3. Depressed: This doesn’t happen to me very often so, if possible, I stop working. I go to the cinema. I take a long walk. Getting outside is a huge help. If I have to work, I try to pick tasks which don’t require me to be in a certain mood. Administration work, for example. Or research. If I have to do creative work, I make a cup of tea. I say: ‘Write one thing. Just one thing.” When I do this, I pat myself on the back for getting started. I can usually find some flow from there.
  4. Relaxed: My favourite state. Take advantage of this. Don’t squander it. Don’t check emails and social media. This is the mood which saves you the most time. Solve your biggest, hairiest problems. The ones you’d love to avoid. (Once you’ve made a habit of doing this first thing each morning, it is actually effortless.)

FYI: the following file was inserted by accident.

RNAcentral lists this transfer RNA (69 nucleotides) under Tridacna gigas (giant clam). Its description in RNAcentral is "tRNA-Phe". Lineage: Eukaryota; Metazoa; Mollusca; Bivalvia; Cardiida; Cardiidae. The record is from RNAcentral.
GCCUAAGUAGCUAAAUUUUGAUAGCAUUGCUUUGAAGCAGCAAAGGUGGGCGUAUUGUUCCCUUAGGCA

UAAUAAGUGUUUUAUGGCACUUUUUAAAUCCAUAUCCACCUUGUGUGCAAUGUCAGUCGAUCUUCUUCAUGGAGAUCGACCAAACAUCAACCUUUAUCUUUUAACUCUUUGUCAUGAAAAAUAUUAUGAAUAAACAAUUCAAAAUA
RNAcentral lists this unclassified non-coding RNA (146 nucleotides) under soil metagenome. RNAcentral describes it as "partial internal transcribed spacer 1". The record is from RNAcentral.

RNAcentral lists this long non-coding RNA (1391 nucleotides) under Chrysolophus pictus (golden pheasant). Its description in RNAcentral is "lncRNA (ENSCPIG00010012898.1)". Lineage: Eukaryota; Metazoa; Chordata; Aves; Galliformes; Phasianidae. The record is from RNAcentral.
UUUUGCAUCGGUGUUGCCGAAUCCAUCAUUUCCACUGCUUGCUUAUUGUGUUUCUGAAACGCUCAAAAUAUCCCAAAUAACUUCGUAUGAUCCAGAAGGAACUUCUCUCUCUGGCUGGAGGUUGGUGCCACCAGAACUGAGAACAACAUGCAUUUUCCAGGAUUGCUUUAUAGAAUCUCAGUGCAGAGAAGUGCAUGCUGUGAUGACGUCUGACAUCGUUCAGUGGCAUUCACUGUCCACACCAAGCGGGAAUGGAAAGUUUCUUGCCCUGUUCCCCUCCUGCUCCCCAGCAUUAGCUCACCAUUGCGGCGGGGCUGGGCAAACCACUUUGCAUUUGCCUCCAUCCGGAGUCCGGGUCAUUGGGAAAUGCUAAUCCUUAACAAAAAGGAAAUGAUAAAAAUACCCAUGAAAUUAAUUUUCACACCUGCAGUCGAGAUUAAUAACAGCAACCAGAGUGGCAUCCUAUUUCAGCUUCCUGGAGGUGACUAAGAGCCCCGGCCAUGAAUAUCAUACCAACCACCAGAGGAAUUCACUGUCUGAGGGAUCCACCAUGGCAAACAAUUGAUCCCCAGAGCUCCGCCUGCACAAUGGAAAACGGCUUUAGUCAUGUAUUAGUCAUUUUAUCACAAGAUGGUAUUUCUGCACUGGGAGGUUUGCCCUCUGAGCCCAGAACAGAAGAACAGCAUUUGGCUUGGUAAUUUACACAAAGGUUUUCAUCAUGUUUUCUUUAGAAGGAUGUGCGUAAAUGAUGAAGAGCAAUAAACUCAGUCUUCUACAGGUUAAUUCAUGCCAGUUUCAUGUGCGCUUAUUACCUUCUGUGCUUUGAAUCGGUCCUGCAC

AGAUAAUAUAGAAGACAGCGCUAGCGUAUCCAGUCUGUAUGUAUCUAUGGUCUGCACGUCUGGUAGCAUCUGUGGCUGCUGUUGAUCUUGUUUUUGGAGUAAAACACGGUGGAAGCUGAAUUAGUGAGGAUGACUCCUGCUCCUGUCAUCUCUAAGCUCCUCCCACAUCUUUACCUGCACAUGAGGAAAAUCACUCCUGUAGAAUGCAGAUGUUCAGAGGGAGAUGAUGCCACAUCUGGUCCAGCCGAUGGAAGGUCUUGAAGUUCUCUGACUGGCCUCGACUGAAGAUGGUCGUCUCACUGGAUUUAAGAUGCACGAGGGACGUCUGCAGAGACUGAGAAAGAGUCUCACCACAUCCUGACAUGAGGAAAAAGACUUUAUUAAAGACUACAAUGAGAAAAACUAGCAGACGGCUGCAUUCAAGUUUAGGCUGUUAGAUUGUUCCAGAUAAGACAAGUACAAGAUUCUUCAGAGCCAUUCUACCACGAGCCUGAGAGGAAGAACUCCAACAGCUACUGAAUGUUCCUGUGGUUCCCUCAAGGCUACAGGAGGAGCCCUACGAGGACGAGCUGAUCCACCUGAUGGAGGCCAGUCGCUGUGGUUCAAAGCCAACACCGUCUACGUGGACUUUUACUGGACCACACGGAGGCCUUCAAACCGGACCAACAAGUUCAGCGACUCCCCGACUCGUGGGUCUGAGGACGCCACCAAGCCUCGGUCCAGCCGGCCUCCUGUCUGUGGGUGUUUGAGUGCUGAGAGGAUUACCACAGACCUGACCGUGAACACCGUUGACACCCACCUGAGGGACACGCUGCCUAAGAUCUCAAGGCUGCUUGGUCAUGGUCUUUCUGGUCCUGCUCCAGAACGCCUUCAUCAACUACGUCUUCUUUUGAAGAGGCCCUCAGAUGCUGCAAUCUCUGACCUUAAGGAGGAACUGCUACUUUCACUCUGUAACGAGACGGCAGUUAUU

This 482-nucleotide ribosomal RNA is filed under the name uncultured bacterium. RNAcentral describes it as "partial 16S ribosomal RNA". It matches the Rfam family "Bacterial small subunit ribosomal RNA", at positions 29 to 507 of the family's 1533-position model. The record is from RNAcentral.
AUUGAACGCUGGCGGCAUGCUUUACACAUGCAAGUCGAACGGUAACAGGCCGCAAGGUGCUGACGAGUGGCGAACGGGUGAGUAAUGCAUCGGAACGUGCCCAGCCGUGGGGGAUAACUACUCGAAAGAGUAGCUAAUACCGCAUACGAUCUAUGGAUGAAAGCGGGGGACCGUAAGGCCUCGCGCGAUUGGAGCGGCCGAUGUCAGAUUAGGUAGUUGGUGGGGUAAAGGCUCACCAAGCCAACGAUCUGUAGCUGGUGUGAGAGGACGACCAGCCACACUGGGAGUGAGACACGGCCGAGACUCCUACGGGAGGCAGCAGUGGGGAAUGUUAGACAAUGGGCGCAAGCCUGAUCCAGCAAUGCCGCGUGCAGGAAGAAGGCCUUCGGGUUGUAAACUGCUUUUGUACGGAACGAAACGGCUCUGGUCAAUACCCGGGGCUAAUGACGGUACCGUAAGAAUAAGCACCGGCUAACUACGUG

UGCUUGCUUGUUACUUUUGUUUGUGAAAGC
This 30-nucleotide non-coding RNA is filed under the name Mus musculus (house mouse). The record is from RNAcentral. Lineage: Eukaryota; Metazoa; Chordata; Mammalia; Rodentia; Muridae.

You’re probably thinking, ‘doesn’t this make your day a bit scattered? Unpredictable?’

Actually, I’ve found the opposite is true. Once you pay attention to your mood, and how each task affects your mood, you should find it’s pretty consistent. All my working days are virtually identical. Here’s a quick walk-through of how my day goes.

6–7am, relaxed: I start writing. I take on a big copy task, or creative problem.

11am(ish), happy: I start clobbering all those admin tasks I hate. I check emails and take care of other tasks like research.

12–1pm, stressed: All those admin tasks have worked me up to a frenzy. So I go to the gym. Burn some energy.

2pm, relaxed: I try to cram another couple of hours of creative work.

4pm, happy: I start wrapping up. I note down what needs to be done tomorrow, and shut down for the day.

I’m not claiming this is a perfect schedule. I’m sure, as my life and demands alter, it will need to change. The point is, this is a schedule which is working well for me, because it matches my mood.

You can do the same. Start paying attention to your mood, and think of a schedule to match.

All my best,